Mike Stone sent us some additional electric tips for using extension cords after reading “Outdoor Chores” (March 2019). He says he taught industrial arts for 34 years and also taught electricity to high school students. He was a licensed, master electrician for 20 years. His letter with excellent suggestions follows:
Do not run extension cords through windows or doors. There is the potential for damage to the cord where it passes through the opening.
Extension cords can be the source of problems and danger when using portable electric powered equipment, particularly when outside, due to potentially damp conditions.
Make sure each end of the cord is in good condition. The cord must be plugged tightly into the receptacle and the power tool must plug firmly into the cord, otherwise erratic operation can result and/or heat can be generated at the connection.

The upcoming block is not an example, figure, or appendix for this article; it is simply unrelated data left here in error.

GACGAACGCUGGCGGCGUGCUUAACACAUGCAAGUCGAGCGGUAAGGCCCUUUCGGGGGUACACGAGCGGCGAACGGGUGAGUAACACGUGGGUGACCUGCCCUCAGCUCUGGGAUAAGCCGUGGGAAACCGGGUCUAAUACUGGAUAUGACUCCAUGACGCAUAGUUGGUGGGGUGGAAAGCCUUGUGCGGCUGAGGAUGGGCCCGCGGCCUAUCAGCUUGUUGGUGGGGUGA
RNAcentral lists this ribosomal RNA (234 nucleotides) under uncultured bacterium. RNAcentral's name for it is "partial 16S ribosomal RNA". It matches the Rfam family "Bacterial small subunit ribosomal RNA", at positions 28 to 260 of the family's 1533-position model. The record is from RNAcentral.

Always use an extension cord of the proper gauge (diameter) for the tool being used. Instruction sheets for portable electric tools list the specific required gauge, based on the power requirement and length of cord.
Use a three-prong (grounded) extension cord when operating equipment with a three-prong plug. Do not use an extension cord with a broken or missing ground (middle) prong.
When coiling an extension cord for storage, coil it into a loop. Do not wind it around your hand and elbow (like a rope) because it will cause the individual wires within the cable to twist and eventually the cord will become difficult to coil.
Replace the extension cord or replace the cord end when either end of the cord is damaged.